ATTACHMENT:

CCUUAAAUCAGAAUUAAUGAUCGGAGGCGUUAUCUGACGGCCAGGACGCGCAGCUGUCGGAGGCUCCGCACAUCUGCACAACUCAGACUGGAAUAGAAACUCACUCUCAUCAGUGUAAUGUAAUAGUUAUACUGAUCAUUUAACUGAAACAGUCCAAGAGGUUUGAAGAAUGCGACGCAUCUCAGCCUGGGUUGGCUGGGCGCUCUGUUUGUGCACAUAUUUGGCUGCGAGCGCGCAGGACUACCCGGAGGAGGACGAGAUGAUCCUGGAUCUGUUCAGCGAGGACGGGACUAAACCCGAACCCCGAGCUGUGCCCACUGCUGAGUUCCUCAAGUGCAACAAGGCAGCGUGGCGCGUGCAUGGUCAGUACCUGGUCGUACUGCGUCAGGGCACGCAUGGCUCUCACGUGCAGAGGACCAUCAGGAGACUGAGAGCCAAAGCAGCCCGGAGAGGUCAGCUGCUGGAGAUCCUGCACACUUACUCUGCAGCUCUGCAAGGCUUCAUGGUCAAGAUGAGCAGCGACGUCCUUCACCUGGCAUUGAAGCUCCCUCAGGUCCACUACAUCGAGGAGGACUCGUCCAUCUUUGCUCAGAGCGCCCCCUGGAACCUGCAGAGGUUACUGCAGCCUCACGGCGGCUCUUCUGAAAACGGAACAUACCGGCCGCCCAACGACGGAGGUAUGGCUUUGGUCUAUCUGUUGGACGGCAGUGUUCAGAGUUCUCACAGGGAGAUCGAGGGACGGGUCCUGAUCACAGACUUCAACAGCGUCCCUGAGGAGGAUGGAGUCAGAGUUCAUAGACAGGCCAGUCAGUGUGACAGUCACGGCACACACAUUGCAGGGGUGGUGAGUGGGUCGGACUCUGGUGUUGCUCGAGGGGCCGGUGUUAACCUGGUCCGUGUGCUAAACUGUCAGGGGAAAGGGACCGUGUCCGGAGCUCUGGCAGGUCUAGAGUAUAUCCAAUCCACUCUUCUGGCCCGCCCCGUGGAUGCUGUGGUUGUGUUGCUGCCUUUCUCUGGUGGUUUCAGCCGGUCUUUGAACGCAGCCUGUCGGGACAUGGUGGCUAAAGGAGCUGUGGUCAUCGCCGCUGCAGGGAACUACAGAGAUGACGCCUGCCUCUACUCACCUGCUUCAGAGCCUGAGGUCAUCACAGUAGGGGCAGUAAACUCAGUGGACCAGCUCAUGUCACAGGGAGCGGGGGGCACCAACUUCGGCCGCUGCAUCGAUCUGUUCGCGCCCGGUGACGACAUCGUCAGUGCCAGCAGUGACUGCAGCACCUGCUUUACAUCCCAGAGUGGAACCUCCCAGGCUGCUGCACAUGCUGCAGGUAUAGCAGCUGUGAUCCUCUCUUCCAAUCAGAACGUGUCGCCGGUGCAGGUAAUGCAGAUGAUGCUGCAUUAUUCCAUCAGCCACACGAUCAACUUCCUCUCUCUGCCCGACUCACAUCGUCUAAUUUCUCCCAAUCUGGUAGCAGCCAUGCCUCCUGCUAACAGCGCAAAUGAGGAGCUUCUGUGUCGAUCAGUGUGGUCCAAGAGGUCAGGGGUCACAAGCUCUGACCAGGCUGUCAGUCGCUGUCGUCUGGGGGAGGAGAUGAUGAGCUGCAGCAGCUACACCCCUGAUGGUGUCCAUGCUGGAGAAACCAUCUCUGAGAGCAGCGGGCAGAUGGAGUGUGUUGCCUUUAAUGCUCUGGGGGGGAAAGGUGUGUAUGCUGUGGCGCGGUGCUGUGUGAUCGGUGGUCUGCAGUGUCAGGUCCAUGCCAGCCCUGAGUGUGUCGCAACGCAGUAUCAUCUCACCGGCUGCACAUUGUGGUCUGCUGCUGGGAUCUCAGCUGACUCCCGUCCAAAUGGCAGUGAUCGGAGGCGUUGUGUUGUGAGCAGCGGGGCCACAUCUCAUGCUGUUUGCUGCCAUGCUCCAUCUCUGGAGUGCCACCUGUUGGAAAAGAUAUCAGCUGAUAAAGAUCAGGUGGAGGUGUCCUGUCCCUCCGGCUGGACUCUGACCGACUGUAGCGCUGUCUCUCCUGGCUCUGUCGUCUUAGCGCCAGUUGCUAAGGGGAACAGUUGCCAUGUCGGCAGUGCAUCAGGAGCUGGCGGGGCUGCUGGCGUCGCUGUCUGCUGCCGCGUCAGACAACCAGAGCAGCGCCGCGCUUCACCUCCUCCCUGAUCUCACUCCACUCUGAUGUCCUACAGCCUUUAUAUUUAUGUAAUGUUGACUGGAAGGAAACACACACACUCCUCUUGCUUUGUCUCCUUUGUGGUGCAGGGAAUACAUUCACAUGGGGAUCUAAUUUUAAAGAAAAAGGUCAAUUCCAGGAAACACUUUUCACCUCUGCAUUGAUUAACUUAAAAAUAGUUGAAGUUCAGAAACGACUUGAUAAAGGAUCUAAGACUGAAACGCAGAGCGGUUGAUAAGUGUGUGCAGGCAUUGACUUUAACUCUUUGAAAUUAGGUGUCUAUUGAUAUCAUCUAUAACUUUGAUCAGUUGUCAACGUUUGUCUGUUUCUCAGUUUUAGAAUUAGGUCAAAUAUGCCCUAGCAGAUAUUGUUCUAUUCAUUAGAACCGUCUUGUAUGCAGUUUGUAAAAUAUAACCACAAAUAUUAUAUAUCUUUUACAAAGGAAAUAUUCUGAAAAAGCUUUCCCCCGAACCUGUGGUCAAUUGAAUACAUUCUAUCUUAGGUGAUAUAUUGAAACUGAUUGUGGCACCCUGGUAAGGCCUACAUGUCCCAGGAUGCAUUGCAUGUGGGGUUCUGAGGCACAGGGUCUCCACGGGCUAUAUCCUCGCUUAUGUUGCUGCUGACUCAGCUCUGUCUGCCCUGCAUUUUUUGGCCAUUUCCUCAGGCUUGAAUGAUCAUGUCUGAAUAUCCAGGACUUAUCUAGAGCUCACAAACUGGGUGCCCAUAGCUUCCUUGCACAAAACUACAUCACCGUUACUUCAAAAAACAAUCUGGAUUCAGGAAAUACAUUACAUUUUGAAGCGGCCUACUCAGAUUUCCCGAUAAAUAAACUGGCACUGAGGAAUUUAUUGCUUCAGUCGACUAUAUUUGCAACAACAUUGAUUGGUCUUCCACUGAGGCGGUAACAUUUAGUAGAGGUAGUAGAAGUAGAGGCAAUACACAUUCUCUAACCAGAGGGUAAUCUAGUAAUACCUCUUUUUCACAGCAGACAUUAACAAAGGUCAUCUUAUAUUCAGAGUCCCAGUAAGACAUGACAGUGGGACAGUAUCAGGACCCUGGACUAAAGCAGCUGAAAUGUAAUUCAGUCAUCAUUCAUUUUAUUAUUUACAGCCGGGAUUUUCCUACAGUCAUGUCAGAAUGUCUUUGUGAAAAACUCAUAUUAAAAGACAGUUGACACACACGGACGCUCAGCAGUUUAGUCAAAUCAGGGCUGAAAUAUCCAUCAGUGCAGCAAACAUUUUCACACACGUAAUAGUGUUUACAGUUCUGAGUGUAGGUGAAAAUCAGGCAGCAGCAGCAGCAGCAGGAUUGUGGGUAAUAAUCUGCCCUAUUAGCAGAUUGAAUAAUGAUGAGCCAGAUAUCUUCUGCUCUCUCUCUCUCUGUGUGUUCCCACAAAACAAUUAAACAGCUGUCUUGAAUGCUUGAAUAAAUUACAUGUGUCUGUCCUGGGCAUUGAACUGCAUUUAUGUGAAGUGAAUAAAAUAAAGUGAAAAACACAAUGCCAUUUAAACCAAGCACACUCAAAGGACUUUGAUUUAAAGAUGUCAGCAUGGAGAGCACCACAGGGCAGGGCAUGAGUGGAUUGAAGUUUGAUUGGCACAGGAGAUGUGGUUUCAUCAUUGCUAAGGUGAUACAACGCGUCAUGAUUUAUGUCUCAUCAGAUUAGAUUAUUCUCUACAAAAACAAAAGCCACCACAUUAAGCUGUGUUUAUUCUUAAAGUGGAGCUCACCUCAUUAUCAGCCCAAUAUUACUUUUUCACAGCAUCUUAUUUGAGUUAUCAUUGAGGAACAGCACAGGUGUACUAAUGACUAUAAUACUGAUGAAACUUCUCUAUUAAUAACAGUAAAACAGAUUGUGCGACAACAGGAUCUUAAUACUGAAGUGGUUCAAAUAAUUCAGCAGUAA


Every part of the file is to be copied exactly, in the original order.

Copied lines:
CCUUAAAUCAGAAUUAAUGAUCGGAGGCGUUAUCUGACGGCCAGGACGCGCAGCUGUCGGAGGCUCCGCACAUCUGCACAACUCAGACUGGAAUAGAAACUCACUCUCAUCAGUGUAAUGUAAUAGUUAUACUGAUCAUUUAACUGAAACAGUCCAAGAGGUUUGAAGAAUGCGACGCAUCUCAGCCUGGGUUGGCUGGGCGCUCUGUUUGUGCACAUAUUUGGCUGCGAGCGCGCAGGACUACCCGGAGGAGGACGAGAUGAUCCUGGAUCUGUUCAGCGAGGACGGGACUAAACCCGAACCCCGAGCUGUGCCCACUGCUGAGUUCCUCAAGUGCAACAAGGCAGCGUGGCGCGUGCAUGGUCAGUACCUGGUCGUACUGCGUCAGGGCACGCAUGGCUCUCACGUGCAGAGGACCAUCAGGAGACUGAGAGCCAAAGCAGCCCGGAGAGGUCAGCUGCUGGAGAUCCUGCACACUUACUCUGCAGCUCUGCAAGGCUUCAUGGUCAAGAUGAGCAGCGACGUCCUUCACCUGGCAUUGAAGCUCCCUCAGGUCCACUACAUCGAGGAGGACUCGUCCAUCUUUGCUCAGAGCGCCCCCUGGAACCUGCAGAGGUUACUGCAGCCUCACGGCGGCUCUUCUGAAAACGGAACAUACCGGCCGCCCAACGACGGAGGUAUGGCUUUGGUCUAUCUGUUGGACGGCAGUGUUCAGAGUUCUCACAGGGAGAUCGAGGGACGGGUCCUGAUCACAGACUUCAACAGCGUCCCUGAGGAGGAUGGAGUCAGAGUUCAUAGACAGGCCAGUCAGUGUGACAGUCACGGCACACACAUUGCAGGGGUGGUGAGUGGGUCGGACUCUGGUGUUGCUCGAGGGGCCGGUGUUAACCUGGUCCGUGUGCUAAACUGUCAGGGGAAAGGGACCGUGUCCGGAGCUCUGGCAGGUCUAGAGUAUAUCCAAUCCACUCUUCUGGCCCGCCCCGUGGAUGCUGUGGUUGUGUUGCUGCCUUUCUCUGGUGGUUUCAGCCGGUCUUUGAACGCAGCCUGUCGGGACAUGGUGGCUAAAGGAGCUGUGGUCAUCGCCGCUGCAGGGAACUACAGAGAUGACGCCUGCCUCUACUCACCUGCUUCAGAGCCUGAGGUCAUCACAGUAGGGGCAGUAAACUCAGUGGACCAGCUCAUGUCACAGGGAGCGGGGGGCACCAACUUCGGCCGCUGCAUCGAUCUGUUCGCGCCCGGUGACGACAUCGUCAGUGCCAGCAGUGACUGCAGCACCUGCUUUACAUCCCAGAGUGGAACCUCCCAGGCUGCUGCACAUGCUGCAGGUAUAGCAGCUGUGAUCCUCUCUUCCAAUCAGAACGUGUCGCCGGUGCAGGUAAUGCAGAUGAUGCUGCAUUAUUCCAUCAGCCACACGAUCAACUUCCUCUCUCUGCCCGACUCACAUCGUCUAAUUUCUCCCAAUCUGGUAGCAGCCAUGCCUCCUGCUAACAGCGCAAAUGAGGAGCUUCUGUGUCGAUCAGUGUGGUCCAAGAGGUCAGGGGUCACAAGCUCUGACCAGGCUGUCAGUCGCUGUCGUCUGGGGGAGGAGAUGAUGAGCUGCAGCAGCUACACCCCUGAUGGUGUCCAUGCUGGAGAAACCAUCUCUGAGAGCAGCGGGCAGAUGGAGUGUGUUGCCUUUAAUGCUCUGGGGGGGAAAGGUGUGUAUGCUGUGGCGCGGUGCUGUGUGAUCGGUGGUCUGCAGUGUCAGGUCCAUGCCAGCCCUGAGUGUGUCGCAACGCAGUAUCAUCUCACCGGCUGCACAUUGUGGUCUGCUGCUGGGAUCUCAGCUGACUCCCGUCCAAAUGGCAGUGAUCGGAGGCGUUGUGUUGUGAGCAGCGGGGCCACAUCUCAUGCUGUUUGCUGCCAUGCUCCAUCUCUGGAGUGCCACCUGUUGGAAAAGAUAUCAGCUGAUAAAGAUCAGGUGGAGGUGUCCUGUCCCUCCGGCUGGACUCUGACCGACUGUAGCGCUGUCUCUCCUGGCUCUGUCGUCUUAGCGCCAGUUGCUAAGGGGAACAGUUGCCAUGUCGGCAGUGCAUCAGGAGCUGGCGGGGCUGCUGGCGUCGCUGUCUGCUGCCGCGUCAGACAACCAGAGCAGCGCCGCGCUUCACCUCCUCCCUGAUCUCACUCCACUCUGAUGUCCUACAGCCUUUAUAUUUAUGUAAUGUUGACUGGAAGGAAACACACACACUCCUCUUGCUUUGUCUCCUUUGUGGUGCAGGGAAUACAUUCACAUGGGGAUCUAAUUUUAAAGAAAAAGGUCAAUUCCAGGAAACACUUUUCACCUCUGCAUUGAUUAACUUAAAAAUAGUUGAAGUUCAGAAACGACUUGAUAAAGGAUCUAAGACUGAAACGCAGAGCGGUUGAUAAGUGUGUGCAGGCAUUGACUUUAACUCUUUGAAAUUAGGUGUCUAUUGAUAUCAUCUAUAACUUUGAUCAGUUGUCAACGUUUGUCUGUUUCUCAGUUUUAGAAUUAGGUCAAAUAUGCCCUAGCAGAUAUUGUUCUAUUCAUUAGAACCGUCUUGUAUGCAGUUUGUAAAAUAUAACCACAAAUAUUAUAUAUCUUUUACAAAGGAAAUAUUCUGAAAAAGCUUUCCCCCGAACCUGUGGUCAAUUGAAUACAUUCUAUCUUAGGUGAUAUAUUGAAACUGAUUGUGGCACCCUGGUAAGGCCUACAUGUCCCAGGAUGCAUUGCAUGUGGGGUUCUGAGGCACAGGGUCUCCACGGGCUAUAUCCUCGCUUAUGUUGCUGCUGACUCAGCUCUGUCUGCCCUGCAUUUUUUGGCCAUUUCCUCAGGCUUGAAUGAUCAUGUCUGAAUAUCCAGGACUUAUCUAGAGCUCACAAACUGGGUGCCCAUAGCUUCCUUGCACAAAACUACAUCACCGUUACUUCAAAAAACAAUCUGGAUUCAGGAAAUACAUUACAUUUUGAAGCGGCCUACUCAGAUUUCCCGAUAAAUAAACUGGCACUGAGGAAUUUAUUGCUUCAGUCGACUAUAUUUGCAACAACAUUGAUUGGUCUUCCACUGAGGCGGUAACAUUUAGUAGAGGUAGUAGAAGUAGAGGCAAUACACAUUCUCUAACCAGAGGGUAAUCUAGUAAUACCUCUUUUUCACAGCAGACAUUAACAAAGGUCAUCUUAUAUUCAGAGUCCCAGUAAGACAUGACAGUGGGACAGUAUCAGGACCCUGGACUAAAGCAGCUGAAAUGUAAUUCAGUCAUCAUUCAUUUUAUUAUUUACAGCCGGGAUUUUCCUACAGUCAUGUCAGAAUGUCUUUGUGAAAAACUCAUAUUAAAAGACAGUUGACACACACGGACGCUCAGCAGUUUAGUCAAAUCAGGGCUGAAAUAUCCAUCAGUGCAGCAAACAUUUUCACACACGUAAUAGUGUUUACAGUUCUGAGUGUAGGUGAAAAUCAGGCAGCAGCAGCAGCAGCAGGAUUGUGGGUAAUAAUCUGCCCUAUUAGCAGAUUGAAUAAUGAUGAGCCAGAUAUCUUCUGCUCUCUCUCUCUCUGUGUGUUCCCACAAAACAAUUAAACAGCUGUCUUGAAUGCUUGAAUAAAUUACAUGUGUCUGUCCUGGGCAUUGAACUGCAUUUAUGUGAAGUGAAUAAAAUAAAGUGAAAAACACAAUGCCAUUUAAACCAAGCACACUCAAAGGACUUUGAUUUAAAGAUGUCAGCAUGGAGAGCACCACAGGGCAGGGCAUGAGUGGAUUGAAGUUUGAUUGGCACAGGAGAUGUGGUUUCAUCAUUGCUAAGGUGAUACAACGCGUCAUGAUUUAUGUCUCAUCAGAUUAGAUUAUUCUCUACAAAAACAAAAGCCACCACAUUAAGCUGUGUUUAUUCUUAAAGUGGAGCUCACCUCAUUAUCAGCCCAAUAUUACUUUUUCACAGCAUCUUAUUUGAGUUAUCAUUGAGGAACAGCACAGGUGUACUAAUGACUAUAAUACUGAUGAAACUUCUCUAUUAAUAACAGUAAAACAGAUUGUGCGACAACAGGAUCUUAAUACUGAAGUGGUUCAAAUAAUUCAGCAGUAA